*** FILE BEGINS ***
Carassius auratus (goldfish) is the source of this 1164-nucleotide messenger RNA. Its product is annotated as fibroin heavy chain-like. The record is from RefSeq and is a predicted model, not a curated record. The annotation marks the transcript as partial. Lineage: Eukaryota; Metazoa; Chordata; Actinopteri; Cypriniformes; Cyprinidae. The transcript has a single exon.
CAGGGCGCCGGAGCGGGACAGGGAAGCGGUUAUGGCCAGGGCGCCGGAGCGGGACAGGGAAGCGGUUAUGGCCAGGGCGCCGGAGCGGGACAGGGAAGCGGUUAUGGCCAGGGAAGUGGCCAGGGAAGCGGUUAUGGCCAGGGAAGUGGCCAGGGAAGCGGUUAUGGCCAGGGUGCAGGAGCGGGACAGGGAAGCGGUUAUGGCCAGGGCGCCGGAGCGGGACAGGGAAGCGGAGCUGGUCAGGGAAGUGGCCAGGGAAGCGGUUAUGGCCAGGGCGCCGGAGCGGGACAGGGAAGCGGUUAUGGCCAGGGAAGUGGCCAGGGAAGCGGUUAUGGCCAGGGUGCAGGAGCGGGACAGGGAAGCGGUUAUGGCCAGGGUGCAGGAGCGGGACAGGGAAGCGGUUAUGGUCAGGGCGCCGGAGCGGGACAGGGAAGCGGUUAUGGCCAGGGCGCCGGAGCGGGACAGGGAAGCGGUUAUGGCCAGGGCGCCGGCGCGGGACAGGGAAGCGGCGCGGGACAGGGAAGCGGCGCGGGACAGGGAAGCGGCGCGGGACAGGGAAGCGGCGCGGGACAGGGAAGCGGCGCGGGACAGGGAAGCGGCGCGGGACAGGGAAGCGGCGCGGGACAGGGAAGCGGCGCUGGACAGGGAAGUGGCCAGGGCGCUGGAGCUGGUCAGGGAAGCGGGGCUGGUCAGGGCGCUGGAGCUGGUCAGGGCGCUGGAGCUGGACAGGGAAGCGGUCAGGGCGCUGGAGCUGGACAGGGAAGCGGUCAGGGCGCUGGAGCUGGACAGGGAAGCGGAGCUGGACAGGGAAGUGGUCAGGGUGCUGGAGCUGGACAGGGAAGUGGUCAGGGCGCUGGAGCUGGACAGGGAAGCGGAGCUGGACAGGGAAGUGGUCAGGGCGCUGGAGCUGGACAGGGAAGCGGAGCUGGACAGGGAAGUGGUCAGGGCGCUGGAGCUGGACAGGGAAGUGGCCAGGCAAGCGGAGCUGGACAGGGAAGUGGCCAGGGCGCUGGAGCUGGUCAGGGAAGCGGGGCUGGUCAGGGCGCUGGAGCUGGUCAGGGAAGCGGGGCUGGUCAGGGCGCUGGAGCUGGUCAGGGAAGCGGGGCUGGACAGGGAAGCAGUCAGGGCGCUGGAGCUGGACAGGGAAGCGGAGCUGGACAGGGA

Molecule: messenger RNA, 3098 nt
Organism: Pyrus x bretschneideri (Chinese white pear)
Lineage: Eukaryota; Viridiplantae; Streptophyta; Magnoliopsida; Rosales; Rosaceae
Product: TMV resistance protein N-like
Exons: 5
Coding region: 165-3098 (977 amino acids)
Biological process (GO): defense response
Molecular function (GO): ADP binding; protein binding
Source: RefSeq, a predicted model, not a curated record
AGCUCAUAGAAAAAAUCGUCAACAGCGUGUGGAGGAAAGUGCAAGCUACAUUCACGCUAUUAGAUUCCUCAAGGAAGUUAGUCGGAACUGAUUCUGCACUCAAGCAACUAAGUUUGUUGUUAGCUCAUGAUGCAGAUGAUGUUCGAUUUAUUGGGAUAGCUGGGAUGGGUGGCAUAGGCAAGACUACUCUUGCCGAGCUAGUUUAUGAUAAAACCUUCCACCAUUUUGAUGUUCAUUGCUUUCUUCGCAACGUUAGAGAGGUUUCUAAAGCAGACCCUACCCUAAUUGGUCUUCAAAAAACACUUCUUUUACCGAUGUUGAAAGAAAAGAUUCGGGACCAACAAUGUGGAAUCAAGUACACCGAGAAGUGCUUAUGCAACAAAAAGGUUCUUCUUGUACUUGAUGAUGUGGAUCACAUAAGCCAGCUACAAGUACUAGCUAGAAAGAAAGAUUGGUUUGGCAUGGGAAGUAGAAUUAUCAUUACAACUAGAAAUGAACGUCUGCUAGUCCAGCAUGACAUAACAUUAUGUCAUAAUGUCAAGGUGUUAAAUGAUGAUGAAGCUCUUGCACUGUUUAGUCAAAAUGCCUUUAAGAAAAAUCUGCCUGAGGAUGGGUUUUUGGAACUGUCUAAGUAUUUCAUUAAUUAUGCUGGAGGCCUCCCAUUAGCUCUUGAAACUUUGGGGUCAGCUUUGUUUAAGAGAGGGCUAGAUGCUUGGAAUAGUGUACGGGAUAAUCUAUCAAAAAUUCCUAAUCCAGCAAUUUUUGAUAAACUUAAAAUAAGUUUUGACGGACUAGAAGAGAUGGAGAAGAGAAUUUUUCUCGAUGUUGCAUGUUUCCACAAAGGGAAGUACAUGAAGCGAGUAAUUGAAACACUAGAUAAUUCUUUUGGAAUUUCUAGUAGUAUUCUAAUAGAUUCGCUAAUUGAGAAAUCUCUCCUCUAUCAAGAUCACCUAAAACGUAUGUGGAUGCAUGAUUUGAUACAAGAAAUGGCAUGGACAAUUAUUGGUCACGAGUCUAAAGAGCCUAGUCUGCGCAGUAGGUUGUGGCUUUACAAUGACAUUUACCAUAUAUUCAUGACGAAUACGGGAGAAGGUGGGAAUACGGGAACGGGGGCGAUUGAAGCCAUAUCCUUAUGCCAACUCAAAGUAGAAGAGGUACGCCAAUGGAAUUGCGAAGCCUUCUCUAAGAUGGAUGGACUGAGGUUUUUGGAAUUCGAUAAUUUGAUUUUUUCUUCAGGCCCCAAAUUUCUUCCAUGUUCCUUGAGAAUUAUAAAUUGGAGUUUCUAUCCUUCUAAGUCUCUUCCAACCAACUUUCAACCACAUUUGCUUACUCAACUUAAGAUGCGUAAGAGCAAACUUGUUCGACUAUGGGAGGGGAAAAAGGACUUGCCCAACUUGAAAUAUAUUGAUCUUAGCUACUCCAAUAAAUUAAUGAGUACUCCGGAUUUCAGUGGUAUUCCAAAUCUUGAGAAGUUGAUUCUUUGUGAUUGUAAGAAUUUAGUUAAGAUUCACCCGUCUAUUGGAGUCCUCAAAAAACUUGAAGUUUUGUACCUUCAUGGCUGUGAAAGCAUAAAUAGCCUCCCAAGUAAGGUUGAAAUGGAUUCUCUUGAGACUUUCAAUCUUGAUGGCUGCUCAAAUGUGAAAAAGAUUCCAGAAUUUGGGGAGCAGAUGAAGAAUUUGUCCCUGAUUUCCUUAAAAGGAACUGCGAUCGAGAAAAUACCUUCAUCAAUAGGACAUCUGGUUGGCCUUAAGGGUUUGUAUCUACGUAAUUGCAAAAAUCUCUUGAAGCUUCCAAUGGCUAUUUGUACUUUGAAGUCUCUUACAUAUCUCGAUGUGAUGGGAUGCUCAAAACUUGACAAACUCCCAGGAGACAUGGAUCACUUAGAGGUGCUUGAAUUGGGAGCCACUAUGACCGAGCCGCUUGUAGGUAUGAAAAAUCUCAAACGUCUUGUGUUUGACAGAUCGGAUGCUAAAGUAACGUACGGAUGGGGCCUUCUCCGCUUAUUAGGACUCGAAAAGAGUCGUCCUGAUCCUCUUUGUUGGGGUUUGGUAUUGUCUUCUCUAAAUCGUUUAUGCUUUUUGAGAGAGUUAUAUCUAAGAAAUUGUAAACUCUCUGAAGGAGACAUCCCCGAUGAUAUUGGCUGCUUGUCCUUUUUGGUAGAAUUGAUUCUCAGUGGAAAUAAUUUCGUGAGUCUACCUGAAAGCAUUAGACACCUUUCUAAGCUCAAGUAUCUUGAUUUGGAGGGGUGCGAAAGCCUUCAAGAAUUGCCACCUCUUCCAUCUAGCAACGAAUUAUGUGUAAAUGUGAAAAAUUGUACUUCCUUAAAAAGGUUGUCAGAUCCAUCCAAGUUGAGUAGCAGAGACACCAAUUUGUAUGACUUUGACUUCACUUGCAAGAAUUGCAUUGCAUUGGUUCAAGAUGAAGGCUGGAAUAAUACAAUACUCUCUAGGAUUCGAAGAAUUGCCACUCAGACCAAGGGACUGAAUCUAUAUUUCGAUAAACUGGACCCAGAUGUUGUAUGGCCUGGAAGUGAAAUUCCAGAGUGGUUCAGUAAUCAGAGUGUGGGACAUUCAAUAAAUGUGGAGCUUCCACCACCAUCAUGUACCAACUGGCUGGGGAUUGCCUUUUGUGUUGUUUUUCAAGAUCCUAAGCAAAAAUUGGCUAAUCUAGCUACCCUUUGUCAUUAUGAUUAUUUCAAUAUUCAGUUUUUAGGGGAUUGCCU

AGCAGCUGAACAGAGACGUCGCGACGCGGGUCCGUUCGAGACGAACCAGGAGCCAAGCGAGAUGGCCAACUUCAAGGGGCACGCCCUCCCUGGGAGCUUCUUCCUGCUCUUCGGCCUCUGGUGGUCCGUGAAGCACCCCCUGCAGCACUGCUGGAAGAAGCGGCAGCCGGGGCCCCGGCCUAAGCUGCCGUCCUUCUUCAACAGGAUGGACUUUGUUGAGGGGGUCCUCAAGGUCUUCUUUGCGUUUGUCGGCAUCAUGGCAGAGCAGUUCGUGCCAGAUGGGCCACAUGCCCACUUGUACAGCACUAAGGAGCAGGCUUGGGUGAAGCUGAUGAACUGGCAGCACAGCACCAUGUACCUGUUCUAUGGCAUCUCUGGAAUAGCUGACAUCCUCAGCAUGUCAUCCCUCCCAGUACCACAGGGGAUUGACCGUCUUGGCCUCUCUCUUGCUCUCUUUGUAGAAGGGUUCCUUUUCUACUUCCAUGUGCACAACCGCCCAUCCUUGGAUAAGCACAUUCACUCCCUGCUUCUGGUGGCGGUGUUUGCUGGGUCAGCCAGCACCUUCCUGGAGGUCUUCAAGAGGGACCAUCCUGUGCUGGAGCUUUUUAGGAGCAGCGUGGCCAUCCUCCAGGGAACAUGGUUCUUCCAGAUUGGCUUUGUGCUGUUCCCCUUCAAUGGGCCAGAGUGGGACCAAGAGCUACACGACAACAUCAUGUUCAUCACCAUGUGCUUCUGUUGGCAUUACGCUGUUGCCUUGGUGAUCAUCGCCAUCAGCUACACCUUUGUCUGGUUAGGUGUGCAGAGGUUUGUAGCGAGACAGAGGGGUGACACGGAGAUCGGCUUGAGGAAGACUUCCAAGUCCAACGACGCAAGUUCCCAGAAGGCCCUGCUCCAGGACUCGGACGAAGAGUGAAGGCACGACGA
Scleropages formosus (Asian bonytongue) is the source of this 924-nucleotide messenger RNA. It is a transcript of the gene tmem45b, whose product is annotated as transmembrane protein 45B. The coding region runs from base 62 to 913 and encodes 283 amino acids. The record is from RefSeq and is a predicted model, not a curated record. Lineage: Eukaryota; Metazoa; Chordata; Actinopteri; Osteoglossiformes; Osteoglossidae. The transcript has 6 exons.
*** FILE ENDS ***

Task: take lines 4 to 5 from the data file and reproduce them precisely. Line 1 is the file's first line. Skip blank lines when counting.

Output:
Organism: Pyrus x bretschneideri (Chinese white pear)
Lineage: Eukaryota; Viridiplantae; Streptophyta; Magnoliopsida; Rosales; Rosaceae